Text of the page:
Let’s first understand how GST is levied on online gaming.

The tax process on online gaming

Online gaming companies operate in two ways. One is the rake fee model- a concept taken from the game of poker. Or they operate on the freemium model.

In the former model, the gaming platform charges a rake fee for facilitating the play of the games. It is also called the Gross Gaming Revenue (GGR). In the freemium models, the gameplay is free but additional features may require the user to purchase certain items for a monetary price.

Either way, they are providing services to the consumers, so GST must be levied.

As of now, a tax rate of 18 per cent is levied on the commission (or GGR) collected by the online gaming platforms for each game that does not involve betting or gambling. “This rate is in line with global best practices since the online gaming industry’s tax structures in countries such as the USA, UK, Germany, and Australia, range between 15 per cent to 20 per cent,” states the E-Gaming Federation, a non-profit organisation for self-regulating the Indian e-gaming sector.

Now, the government has decided to intervene and examine how the online gaming industry is taxed through the GST Council. A year ago, (May 25, 2021) they formed a Group of Ministers (GoM) to scrutinise the details and finalise the recommendations for online gaming taxes. Which was reconstituted in February this year. Now, this eight-member group recently recommended a hike in GST to the tune of 28 per cent from 18 per cent on online gaming services, casinos, and racecourses. This recommendation to raise the GST has roiled up the industry.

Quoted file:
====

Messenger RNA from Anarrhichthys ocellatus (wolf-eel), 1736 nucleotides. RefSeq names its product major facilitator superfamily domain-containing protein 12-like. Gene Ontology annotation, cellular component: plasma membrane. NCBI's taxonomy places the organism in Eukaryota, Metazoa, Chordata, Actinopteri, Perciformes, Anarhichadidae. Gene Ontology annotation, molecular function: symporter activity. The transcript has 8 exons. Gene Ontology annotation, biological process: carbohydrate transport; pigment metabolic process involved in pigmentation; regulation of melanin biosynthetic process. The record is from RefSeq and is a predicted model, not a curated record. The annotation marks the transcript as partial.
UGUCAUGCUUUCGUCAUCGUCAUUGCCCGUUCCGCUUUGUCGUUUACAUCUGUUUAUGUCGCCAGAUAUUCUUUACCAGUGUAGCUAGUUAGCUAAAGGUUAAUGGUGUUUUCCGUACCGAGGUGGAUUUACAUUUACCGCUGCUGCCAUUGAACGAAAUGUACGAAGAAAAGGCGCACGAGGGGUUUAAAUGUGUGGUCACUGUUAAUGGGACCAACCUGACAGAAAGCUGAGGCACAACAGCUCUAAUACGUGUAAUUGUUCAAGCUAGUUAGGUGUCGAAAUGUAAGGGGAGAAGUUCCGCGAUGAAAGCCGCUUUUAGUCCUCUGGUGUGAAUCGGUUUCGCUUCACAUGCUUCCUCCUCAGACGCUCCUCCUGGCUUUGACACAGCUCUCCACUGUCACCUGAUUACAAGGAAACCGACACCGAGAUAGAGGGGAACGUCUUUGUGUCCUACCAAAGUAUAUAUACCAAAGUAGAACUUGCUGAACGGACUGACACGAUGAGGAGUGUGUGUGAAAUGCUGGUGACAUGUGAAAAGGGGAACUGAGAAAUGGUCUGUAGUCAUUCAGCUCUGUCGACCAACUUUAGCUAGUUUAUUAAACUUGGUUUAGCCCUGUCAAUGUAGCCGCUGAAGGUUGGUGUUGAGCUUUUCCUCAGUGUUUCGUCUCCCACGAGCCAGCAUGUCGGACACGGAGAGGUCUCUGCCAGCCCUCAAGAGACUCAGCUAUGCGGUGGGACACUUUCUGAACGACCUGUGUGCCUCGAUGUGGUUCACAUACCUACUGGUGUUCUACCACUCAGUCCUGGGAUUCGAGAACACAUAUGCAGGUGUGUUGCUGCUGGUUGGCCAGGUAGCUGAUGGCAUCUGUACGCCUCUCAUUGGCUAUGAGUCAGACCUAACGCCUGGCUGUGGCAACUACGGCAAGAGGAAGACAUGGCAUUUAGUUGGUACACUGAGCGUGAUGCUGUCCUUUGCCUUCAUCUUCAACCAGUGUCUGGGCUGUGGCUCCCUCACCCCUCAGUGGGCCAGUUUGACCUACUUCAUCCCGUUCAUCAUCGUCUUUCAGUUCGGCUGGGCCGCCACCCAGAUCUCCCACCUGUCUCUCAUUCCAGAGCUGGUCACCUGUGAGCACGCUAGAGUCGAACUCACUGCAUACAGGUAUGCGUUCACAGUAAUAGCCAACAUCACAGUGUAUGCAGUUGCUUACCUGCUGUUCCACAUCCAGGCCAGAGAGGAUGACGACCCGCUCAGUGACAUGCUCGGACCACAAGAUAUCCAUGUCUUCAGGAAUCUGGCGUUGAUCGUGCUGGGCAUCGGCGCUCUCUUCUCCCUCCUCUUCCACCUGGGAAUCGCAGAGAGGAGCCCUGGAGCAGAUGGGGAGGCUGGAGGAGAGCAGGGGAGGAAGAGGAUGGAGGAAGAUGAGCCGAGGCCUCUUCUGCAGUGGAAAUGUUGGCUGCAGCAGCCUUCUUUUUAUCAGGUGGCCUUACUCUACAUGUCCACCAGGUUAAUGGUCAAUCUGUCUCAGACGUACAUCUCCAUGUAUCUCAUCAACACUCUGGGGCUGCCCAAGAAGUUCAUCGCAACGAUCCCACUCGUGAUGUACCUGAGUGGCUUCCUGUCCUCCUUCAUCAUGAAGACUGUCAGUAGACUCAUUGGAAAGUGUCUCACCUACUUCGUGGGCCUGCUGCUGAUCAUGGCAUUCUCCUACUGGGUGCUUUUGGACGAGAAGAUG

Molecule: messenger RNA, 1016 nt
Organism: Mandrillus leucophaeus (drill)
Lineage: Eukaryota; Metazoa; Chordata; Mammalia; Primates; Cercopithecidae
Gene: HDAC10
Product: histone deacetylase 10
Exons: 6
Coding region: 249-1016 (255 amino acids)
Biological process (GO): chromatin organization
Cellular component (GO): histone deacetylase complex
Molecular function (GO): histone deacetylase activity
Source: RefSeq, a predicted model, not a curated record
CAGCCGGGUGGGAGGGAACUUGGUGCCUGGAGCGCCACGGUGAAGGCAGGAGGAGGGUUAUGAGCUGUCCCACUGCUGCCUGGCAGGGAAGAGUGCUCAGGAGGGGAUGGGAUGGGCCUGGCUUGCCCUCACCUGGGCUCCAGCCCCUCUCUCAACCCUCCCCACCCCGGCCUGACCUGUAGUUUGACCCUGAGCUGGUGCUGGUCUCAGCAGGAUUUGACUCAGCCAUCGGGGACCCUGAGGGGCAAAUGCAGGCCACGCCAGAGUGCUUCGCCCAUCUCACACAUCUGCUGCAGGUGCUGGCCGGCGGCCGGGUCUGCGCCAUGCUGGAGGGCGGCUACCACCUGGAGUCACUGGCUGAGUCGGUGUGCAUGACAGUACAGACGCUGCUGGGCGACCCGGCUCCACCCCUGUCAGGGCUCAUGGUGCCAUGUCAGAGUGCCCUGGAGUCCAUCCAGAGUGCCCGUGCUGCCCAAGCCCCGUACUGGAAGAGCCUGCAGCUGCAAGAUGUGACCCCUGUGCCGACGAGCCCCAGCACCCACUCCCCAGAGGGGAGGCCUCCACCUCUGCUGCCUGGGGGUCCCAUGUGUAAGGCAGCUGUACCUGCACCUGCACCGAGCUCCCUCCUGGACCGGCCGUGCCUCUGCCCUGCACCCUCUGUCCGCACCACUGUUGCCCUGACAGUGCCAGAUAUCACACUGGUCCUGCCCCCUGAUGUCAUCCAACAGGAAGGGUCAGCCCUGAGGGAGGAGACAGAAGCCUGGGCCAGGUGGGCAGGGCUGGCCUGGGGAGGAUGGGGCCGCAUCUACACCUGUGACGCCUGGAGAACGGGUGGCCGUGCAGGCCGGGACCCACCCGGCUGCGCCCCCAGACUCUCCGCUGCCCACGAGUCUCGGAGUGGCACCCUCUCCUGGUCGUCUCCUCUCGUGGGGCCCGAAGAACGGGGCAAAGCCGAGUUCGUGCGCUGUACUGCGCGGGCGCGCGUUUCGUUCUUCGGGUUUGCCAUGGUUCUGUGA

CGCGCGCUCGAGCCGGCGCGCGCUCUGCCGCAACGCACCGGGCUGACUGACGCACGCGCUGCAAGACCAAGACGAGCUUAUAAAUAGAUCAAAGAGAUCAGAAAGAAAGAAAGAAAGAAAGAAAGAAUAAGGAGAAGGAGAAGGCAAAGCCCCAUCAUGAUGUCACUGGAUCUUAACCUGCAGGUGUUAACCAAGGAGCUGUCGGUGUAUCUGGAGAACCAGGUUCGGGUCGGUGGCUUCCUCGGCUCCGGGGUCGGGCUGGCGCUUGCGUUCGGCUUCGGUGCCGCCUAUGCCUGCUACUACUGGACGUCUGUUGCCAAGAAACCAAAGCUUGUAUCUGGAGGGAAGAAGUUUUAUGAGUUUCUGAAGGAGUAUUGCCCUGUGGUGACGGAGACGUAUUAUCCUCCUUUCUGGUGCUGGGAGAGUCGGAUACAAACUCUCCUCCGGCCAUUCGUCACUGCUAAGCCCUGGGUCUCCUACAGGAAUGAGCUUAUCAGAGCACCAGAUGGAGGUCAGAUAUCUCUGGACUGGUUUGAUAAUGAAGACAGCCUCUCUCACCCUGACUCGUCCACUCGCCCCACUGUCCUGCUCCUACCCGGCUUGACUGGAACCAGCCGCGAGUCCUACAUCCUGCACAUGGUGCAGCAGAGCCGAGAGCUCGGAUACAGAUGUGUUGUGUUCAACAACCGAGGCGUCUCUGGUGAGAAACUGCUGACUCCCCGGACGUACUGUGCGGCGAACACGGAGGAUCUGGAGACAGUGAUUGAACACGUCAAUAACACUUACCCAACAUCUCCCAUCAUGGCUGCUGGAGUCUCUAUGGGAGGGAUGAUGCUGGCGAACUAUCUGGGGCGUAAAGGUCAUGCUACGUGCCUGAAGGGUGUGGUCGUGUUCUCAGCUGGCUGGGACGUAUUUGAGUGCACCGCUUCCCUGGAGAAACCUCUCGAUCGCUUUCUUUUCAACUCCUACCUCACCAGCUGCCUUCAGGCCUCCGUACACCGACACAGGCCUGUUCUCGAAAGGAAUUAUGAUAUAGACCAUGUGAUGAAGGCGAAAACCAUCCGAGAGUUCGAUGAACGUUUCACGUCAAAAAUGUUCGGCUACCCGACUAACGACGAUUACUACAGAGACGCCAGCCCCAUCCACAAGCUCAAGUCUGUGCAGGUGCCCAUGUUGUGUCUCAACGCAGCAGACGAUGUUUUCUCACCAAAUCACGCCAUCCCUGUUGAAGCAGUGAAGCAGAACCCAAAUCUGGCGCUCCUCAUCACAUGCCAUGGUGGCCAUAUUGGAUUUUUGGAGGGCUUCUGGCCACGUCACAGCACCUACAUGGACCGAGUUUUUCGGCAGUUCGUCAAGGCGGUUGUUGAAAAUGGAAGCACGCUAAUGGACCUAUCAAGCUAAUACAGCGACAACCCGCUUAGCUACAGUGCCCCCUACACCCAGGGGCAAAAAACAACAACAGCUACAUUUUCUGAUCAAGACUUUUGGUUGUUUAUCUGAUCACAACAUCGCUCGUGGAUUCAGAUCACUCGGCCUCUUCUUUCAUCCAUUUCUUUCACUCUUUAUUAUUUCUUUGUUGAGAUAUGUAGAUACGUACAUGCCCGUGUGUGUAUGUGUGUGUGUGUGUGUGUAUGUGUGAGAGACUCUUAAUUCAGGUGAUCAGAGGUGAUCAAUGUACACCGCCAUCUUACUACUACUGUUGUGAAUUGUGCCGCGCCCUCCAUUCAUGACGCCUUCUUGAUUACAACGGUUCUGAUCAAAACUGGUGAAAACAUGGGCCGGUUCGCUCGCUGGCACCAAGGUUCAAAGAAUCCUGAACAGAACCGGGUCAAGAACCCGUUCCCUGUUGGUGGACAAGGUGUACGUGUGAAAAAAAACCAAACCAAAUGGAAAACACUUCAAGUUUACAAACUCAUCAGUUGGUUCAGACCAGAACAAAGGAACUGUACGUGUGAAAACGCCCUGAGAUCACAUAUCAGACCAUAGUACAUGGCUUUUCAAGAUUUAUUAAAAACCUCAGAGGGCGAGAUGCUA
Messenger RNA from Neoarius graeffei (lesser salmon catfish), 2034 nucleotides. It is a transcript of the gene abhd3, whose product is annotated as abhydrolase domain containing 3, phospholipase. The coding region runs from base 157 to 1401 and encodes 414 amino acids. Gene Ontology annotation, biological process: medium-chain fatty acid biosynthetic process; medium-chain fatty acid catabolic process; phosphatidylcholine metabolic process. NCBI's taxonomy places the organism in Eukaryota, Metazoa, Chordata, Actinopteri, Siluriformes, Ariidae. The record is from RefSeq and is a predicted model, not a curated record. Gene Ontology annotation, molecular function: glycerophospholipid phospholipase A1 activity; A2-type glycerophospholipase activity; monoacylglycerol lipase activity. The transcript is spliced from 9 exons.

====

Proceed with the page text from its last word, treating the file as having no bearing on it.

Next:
According to industry stakeholders, GST issues have contributed to regulatory uncertainty, and this step may pose another impediment to the sector. They have several reasons behind their argument.

There’s a difference in skill gaming and chance gaming

One of the major asks from the stakeholders is to treat online gaming -a game of skill differently from a game of chance.

“As online gaming is different from gambling,” comments Sameer Barde, CEO of EGF.

Understand it with the help of this infographic.

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Clearly online gaming fits the bill for a game of skill.

For instance, Rummy has been declared to be a game of skill or mere skill by the apex court in various landmark judgements. A similar precedent is that of online poker, which was held to be a game of skill. In fact, in another landmark judgment from the Punjab and Haryana High Court in April 2017, it was ruled that playing Online Fantasy Sports Gaming (OFSG) involves a substantial degree of skill and it was classified as a ‘game of skill’.